Town Manager John Ward received a letter on April 3 from resident Tom Vaughan withdrawing his proposal for an organic dairy farm to be developed at 107 East Street. He cited a lack of action from the Board of Selectmen and the fact that his family was being exposed to unpleasant comments and actions from town residents, both in person and on social media.
The Public Hearing on April 17, therefore, was restricted to comments and questions regarding only the House of Hayes proposal. At that time, the public was able to have questions answered, which is not allowed during the public session of a regular BOS meeting. See p. 25 for a detailed list of the comments.
Prior to April 17, Ward had received requested reports from the town boards and commissions. The Development Commission had supported the Vaughan proposal; the Agriculture Commission supported both proposals; the Planning and Zoning Commission said they were in favor of agriculture but could not support the Hayes’ 25-year lease request; the Board of Finance had rejected both proposals as not fiscally sound for the town. These reports, as well as all the comments offered during public sessions and from email and regular mail, are taken into consideration. At this time, the board must decide if it wants to support or reject the Hayes proposal. If they accept it, it will be sent to the Planning and Zoning Commission and the Board of Finance for approval. If approved, it will then go to a town vote, by either voice or ballot, as per the Town Charter.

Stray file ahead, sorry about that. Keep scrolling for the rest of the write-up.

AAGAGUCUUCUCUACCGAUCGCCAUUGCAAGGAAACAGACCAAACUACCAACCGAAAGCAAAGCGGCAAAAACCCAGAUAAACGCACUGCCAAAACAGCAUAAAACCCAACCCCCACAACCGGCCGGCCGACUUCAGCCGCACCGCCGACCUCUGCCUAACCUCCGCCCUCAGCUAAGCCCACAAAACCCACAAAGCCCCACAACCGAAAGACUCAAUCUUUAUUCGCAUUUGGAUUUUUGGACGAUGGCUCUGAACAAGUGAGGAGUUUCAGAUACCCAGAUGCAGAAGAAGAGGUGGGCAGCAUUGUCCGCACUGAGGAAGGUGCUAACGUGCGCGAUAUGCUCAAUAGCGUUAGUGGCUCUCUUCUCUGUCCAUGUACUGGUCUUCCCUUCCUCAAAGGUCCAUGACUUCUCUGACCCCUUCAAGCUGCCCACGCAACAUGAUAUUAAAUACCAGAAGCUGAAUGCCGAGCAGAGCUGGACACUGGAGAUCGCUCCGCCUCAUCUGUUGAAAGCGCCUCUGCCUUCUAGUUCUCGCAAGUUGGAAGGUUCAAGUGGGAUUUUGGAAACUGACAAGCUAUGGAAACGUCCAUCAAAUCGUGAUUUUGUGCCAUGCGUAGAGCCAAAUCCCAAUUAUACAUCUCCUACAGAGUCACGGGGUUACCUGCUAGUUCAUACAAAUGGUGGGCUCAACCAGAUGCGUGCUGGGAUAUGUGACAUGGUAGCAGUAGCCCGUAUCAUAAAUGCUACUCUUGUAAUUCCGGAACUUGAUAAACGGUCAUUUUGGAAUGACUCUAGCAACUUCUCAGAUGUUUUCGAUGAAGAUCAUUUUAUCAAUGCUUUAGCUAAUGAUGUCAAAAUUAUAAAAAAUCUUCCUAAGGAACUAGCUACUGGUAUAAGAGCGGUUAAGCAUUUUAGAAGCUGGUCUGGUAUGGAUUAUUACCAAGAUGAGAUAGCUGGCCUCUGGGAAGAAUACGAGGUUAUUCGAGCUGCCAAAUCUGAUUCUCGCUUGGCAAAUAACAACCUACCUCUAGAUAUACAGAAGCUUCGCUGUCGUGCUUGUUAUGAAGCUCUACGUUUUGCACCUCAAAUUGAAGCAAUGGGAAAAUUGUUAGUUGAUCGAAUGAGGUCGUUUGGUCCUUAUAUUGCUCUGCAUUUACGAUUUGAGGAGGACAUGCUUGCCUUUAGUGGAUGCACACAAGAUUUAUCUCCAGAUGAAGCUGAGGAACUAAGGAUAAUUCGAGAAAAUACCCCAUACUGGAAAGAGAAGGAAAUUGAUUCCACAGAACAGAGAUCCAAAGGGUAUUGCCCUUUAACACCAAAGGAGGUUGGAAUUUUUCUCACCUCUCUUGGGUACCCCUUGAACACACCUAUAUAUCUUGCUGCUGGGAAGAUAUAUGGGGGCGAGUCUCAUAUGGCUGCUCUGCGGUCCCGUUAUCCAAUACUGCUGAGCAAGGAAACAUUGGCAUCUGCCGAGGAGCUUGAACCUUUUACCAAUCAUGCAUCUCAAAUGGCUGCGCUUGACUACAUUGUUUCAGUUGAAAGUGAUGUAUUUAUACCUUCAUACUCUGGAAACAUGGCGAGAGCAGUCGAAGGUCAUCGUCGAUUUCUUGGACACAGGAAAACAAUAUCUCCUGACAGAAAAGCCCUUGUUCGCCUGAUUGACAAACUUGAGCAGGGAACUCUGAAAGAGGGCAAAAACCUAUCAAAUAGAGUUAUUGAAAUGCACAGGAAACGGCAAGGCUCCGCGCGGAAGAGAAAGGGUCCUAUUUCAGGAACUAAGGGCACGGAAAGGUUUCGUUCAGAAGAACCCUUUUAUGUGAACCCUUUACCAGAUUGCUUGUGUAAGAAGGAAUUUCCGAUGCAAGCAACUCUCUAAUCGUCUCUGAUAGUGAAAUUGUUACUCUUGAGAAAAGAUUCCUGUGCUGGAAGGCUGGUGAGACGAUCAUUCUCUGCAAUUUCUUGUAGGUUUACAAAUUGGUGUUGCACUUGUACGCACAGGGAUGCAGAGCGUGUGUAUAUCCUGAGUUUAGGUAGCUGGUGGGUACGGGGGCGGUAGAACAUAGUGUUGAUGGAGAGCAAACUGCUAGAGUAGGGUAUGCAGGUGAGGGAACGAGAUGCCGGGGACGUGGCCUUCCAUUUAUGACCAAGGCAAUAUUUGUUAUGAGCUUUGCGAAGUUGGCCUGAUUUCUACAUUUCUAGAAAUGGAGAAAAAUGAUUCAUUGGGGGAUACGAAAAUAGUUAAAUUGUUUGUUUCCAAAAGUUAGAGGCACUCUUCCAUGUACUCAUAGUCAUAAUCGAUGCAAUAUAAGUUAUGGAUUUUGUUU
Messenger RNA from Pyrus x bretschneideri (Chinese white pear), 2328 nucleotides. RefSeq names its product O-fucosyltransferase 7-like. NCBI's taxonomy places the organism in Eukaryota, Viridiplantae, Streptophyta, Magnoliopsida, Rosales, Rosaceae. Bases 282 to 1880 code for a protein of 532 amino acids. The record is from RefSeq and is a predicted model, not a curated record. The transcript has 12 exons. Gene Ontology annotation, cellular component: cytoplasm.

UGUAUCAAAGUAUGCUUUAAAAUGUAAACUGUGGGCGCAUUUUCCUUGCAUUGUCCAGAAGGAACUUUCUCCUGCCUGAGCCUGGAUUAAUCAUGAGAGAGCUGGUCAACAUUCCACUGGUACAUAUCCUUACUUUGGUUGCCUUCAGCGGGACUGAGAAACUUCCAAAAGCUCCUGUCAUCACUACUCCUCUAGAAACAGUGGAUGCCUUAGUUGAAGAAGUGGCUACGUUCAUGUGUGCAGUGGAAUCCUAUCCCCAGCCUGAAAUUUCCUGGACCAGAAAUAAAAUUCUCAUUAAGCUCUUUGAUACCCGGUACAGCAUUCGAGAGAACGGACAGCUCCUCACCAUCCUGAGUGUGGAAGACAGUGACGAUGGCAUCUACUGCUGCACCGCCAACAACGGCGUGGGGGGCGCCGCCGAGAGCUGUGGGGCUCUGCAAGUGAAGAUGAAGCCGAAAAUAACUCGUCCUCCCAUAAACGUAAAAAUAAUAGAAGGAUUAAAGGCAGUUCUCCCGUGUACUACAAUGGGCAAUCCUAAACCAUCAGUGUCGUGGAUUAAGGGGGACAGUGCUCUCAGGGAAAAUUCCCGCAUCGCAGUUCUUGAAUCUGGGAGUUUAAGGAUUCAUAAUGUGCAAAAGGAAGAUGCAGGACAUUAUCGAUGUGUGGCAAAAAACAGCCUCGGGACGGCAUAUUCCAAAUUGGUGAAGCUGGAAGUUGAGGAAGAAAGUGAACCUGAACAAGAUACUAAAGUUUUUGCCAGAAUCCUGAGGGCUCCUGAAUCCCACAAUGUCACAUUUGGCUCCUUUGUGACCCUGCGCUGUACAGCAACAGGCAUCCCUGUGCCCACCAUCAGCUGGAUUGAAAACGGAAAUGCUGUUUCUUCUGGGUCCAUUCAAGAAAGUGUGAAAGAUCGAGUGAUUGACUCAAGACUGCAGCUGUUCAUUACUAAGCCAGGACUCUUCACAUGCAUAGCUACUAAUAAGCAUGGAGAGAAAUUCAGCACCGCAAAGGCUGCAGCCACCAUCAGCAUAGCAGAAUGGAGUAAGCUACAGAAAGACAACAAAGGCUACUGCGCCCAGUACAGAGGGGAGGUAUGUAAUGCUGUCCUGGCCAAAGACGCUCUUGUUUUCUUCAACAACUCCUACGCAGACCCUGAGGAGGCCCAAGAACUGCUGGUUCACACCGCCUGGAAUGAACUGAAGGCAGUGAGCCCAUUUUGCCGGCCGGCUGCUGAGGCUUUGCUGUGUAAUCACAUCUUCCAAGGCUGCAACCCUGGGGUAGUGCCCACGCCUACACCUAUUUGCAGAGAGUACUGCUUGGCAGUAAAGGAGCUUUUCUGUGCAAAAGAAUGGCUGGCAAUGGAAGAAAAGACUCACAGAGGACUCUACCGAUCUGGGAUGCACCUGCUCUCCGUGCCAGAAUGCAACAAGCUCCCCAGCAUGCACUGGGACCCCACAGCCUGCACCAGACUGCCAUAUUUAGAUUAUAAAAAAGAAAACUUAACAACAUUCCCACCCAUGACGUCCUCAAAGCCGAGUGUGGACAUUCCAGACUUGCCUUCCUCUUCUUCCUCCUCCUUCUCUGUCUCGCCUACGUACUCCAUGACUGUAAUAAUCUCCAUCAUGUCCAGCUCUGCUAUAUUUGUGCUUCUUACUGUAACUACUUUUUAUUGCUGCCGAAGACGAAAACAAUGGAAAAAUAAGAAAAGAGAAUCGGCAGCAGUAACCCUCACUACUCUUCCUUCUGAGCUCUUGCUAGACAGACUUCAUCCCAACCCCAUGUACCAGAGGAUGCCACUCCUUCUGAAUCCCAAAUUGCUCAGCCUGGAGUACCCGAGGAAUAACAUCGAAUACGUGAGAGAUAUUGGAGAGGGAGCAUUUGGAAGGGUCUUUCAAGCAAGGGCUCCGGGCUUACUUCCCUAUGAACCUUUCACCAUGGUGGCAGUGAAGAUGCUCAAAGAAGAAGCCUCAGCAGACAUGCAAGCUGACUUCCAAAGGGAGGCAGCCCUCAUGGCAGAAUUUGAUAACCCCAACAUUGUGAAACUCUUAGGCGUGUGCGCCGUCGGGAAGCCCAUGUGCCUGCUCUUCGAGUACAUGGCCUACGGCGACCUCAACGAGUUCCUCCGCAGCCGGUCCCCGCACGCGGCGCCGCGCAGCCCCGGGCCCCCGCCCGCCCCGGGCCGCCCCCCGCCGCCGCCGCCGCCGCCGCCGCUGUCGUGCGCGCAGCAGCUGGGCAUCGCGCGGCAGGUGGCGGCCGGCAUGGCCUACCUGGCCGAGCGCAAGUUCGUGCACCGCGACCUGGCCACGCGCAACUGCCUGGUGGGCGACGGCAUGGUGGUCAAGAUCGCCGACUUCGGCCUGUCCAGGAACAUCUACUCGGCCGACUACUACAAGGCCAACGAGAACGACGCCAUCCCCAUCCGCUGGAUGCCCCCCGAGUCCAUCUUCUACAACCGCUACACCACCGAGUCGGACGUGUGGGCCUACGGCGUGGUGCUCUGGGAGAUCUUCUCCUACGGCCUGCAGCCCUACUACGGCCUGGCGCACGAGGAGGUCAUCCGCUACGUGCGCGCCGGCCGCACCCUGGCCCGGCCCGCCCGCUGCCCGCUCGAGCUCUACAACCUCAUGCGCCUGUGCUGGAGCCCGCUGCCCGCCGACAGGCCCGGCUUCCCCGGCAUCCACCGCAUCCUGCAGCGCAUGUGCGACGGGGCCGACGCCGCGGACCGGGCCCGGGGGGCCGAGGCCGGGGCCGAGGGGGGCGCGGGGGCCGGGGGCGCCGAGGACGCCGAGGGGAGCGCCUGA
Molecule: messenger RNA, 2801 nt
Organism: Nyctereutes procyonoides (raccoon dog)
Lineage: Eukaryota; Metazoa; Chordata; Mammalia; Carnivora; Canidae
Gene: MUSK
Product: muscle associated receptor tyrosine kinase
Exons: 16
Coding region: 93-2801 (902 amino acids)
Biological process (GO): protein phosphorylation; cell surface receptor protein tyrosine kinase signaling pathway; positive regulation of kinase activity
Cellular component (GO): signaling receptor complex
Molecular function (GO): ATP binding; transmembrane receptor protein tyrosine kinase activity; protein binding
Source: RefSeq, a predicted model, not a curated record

At the end of the public comments, the selectmen agreed to table their decision to the next meeting (May 7) to have time to process the evening’s input.
Update on Sale of Development Rights to 107 East Street
As a point of information, Town Manager Ward reported on the state’s interest in the development rights to the former Evonsion property. Independent of the RFPs being sent out, the town had contacted the state to see if it had any interest in obtaining the rights to the property. The state replied that it was interested, and recently offered $412,500, which is 50 percent of the $825,000 appraised value. The amount is subject to further negotiation if the town decides to proceed with the sale. If the town decides to sell the rights, the sale would be required to follow the same process as with the sale of town land: a public hearing and approval by P and Z and the BOF.
Selectman Sally King cautioned that selling the development rights should not be taken lightly as it sets strict limitations on what can be done on the property. The board agreed that more study needs to be done on this issue. The state put a 45-day limit on its offer, but that may be extended.
Report from the Herbicide and Pesticide Study Committee